Cause of Benton County inmate’s death unknown after autopsy

Tri-City Herald

Autopsy findings released Tuesday revealed little about what caused the death of Marc Anthony Moreno while he was in a special cell at the Benton County jail.

Coroner John Hansens announced laboratory tests are needed before determining how Moreno, 18, died March 11 in a single-person cell where inmates on suicide watch are kept.

There were no signs of major injuries, and suicide is not suspected, Hansens said. Toxicology results, to show if drugs were in his system, could take up to eight weeks.

The forensic pathologist who performed the autopsy had no other information to release, Hansens said.

Sheriff Steve Keane said that his investigators suspect Moreno’s death may be linked to a complication from his mental illness that affected his heart, but they must wait for the coroner’s report.

The death is under investigation by the Tri-City Special Investigations Unit, comprised of local police from different agencies.

Keane defended his jail staff’s handling of Moreno. The teen was dealing with mental health issues before his arrest. His family says he was bipolar and suffered from schizophrenia.

Moreno was evaluated twice a day by mental health staff in the jail and corrections officers checked on him more than 600 times during his eight days in custody, Keane said.

Moreno made suicidal threats and was put into a padded cell to prevent him from harming himself.

“I don’t know what more we could have done,” Keane said. “Over an eight-day period, we did quite a bit more than what was even required by policy.”

Moreno, who attended Chiawana High School, was admitted to Lourdes Medical Center in Pasco for two days before being released March 3, officials said.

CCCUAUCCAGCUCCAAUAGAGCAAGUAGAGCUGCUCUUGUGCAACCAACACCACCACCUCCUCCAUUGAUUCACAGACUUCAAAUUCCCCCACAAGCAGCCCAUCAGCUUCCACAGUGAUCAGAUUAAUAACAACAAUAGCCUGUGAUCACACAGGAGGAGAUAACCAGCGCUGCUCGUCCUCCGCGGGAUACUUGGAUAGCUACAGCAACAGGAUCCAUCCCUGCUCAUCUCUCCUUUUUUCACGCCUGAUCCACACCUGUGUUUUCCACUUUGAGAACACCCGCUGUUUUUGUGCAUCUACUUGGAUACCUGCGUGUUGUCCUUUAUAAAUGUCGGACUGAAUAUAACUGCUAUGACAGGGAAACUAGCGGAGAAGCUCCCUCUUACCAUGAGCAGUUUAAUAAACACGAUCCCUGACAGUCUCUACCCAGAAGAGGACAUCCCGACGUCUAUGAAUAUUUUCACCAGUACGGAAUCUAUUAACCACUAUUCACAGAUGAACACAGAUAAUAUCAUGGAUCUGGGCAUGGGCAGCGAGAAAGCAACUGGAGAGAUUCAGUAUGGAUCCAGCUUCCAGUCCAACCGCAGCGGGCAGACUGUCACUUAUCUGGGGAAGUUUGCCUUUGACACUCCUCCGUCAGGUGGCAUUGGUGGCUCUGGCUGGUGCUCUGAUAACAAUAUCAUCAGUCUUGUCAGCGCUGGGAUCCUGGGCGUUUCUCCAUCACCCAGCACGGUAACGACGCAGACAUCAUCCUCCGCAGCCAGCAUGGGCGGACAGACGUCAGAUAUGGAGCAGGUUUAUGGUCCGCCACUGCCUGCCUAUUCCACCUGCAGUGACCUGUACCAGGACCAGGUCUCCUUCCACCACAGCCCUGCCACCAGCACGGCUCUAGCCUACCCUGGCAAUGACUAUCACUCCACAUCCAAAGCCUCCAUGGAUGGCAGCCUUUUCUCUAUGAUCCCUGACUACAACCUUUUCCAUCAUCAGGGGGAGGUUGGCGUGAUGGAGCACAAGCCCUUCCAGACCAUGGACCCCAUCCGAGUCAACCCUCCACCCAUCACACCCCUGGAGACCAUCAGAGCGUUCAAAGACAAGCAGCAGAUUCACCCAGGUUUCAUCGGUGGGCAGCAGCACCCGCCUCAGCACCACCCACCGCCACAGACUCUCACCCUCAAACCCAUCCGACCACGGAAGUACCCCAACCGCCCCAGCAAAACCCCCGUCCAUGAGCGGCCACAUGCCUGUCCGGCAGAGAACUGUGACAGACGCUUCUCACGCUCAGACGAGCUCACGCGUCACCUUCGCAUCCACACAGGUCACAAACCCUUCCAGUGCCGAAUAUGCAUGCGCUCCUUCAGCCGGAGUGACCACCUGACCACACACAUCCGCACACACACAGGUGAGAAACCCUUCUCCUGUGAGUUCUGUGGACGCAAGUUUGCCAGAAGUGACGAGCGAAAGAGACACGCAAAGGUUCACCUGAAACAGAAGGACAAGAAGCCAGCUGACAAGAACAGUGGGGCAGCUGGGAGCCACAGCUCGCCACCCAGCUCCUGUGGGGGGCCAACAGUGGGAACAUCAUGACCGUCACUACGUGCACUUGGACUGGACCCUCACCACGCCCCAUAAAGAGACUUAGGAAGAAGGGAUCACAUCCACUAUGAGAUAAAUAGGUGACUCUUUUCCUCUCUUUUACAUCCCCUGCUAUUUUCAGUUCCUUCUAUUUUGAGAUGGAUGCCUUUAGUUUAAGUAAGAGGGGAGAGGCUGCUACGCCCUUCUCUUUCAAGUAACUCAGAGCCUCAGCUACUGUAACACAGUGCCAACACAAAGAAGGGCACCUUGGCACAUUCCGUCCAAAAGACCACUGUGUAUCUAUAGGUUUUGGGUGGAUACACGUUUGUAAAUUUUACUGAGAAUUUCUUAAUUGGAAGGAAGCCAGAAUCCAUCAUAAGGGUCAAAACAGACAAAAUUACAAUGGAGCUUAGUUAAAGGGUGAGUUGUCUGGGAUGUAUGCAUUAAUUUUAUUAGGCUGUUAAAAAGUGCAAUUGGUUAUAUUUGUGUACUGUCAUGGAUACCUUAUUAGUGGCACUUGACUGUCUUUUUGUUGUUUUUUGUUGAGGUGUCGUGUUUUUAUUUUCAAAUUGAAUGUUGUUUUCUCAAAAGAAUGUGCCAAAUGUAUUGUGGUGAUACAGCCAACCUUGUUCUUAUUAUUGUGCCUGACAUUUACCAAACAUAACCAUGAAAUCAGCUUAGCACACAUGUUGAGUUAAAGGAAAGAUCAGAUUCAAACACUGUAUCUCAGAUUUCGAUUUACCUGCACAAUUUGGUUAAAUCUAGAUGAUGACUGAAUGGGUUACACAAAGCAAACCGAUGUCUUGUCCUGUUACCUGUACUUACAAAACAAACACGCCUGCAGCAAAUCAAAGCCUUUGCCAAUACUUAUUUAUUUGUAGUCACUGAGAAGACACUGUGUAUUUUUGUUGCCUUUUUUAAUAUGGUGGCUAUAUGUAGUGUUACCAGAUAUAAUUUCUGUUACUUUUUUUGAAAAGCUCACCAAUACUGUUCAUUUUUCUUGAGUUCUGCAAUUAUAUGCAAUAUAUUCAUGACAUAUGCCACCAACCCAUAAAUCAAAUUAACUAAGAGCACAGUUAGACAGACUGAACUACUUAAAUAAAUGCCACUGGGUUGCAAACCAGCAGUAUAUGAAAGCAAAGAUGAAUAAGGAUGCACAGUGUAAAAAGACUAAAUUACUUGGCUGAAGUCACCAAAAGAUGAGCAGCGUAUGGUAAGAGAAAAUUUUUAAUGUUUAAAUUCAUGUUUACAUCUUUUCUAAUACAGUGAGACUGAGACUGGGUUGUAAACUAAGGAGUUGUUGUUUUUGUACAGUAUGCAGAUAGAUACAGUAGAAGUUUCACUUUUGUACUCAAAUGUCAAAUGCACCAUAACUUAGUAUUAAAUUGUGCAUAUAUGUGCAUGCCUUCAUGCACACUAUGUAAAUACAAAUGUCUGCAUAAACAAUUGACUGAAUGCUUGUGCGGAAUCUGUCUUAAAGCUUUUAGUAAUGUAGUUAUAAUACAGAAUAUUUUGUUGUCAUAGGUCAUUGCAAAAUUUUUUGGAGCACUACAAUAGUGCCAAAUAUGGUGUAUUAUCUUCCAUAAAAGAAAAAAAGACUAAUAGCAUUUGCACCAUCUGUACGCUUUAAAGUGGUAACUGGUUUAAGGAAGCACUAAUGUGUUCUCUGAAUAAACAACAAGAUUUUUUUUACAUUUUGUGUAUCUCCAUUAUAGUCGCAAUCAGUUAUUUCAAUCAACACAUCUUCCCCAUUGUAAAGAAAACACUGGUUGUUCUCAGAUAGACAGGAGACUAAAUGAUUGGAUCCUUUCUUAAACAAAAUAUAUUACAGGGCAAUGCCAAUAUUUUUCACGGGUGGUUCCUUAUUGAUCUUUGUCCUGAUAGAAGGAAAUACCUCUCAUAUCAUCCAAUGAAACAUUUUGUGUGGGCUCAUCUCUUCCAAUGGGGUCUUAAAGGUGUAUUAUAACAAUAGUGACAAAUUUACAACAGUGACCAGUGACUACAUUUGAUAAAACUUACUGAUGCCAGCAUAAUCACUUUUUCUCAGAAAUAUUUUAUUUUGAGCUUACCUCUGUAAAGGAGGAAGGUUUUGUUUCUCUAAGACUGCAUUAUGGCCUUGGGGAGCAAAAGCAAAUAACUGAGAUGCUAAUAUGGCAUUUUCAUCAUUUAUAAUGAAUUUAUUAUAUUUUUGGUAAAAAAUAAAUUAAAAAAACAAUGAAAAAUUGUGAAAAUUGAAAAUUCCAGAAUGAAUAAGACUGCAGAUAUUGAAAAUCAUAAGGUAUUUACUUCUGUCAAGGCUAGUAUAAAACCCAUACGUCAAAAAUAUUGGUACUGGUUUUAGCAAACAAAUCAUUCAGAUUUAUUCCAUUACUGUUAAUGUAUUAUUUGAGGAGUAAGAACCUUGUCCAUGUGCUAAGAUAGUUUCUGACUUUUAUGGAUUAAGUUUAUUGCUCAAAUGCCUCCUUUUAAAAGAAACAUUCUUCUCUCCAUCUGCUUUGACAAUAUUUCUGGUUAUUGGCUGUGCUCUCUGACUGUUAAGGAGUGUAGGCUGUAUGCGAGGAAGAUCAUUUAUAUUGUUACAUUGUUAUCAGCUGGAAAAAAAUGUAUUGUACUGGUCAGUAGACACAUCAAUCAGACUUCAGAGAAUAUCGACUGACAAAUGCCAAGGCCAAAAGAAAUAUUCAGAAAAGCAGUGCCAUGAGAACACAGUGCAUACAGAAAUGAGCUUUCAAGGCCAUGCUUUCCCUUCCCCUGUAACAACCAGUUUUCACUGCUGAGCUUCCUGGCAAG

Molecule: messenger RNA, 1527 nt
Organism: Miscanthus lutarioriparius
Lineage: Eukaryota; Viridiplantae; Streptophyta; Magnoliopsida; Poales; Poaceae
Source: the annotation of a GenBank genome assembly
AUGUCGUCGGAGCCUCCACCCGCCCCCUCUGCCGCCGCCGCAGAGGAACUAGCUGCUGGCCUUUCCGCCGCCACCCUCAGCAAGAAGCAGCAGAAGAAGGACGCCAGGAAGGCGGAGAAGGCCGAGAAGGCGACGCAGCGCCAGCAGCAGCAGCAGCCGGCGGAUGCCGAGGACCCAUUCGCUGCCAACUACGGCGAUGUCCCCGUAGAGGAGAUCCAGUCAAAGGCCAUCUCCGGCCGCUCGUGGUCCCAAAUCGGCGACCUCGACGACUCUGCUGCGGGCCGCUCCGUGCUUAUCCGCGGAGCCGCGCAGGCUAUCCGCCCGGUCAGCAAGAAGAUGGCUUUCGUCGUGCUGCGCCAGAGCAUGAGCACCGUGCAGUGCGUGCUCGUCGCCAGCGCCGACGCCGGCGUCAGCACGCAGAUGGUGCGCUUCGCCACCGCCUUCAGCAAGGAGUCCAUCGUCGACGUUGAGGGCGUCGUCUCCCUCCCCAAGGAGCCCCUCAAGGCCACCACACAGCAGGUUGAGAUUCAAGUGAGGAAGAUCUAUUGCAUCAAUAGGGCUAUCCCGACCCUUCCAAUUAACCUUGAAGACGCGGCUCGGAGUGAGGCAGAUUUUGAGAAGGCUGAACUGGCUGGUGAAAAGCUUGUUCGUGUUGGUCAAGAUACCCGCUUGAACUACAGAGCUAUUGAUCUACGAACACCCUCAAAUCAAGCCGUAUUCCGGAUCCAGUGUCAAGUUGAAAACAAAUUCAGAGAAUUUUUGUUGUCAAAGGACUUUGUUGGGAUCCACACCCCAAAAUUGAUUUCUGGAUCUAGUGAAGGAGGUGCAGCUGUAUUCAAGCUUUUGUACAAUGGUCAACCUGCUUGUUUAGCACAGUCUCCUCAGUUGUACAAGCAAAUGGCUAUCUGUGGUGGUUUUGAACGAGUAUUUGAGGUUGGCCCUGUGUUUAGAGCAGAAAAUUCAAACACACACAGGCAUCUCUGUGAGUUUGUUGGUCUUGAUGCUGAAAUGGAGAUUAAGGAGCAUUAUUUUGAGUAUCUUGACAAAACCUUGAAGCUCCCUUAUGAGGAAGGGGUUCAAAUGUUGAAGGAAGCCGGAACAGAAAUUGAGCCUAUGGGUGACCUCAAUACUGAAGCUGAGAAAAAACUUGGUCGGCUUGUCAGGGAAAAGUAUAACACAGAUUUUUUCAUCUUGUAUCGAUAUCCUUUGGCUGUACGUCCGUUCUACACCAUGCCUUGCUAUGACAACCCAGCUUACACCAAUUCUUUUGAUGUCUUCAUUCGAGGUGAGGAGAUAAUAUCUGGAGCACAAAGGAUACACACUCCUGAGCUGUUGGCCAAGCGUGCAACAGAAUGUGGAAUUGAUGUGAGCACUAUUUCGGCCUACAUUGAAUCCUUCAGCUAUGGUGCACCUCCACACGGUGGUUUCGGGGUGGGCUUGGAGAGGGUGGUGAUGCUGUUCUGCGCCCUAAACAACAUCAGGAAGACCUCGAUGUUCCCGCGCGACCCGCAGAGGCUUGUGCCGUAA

He tried to check into Lourdes Counseling Center in Richland, which offers 24-hour mental-health care, because he was in crisis, but apparently there wasn’t enough bed space at the facility, family members said.

Moreno was then taken to the Benton & Franklin Counties’ Crisis Response Unit, which offers counseling for emergency mental health issues.

At the Kennewick facility, Moreno began acting aggressive and staff called police, according to police reports. When officers arrived, Moreno clenched his fists, clenched his jaw and jumped up from his seat.

An arresting officer described Moreno as being “severely agitated,” according to a police report. After officers arrested Moreno on misdemeanor warrants, he kicked a seat in the patrol car and spit in the back of the car on the way to jail.

Once at the jail, Moreno continued to be uncooperative and he was placed into a restraint chair, officials said.

Jail staff found Moreno dead, lying on his side, about 7:30 a.m. on March 11. Family members, who are upset Moreno was put in jail, say they never spoke to him while he was in custody.

Keane told the Herald that Moreno’s death is tragic and an example of why improvements are needed in the local and state mental heath care system.

“There are still so many gaps in the area of mental health,” he said. “(Jail) is just not the right place to keep (mentally ill people).”

Tyler Richardson: 509-582-1556, @Ty_richardson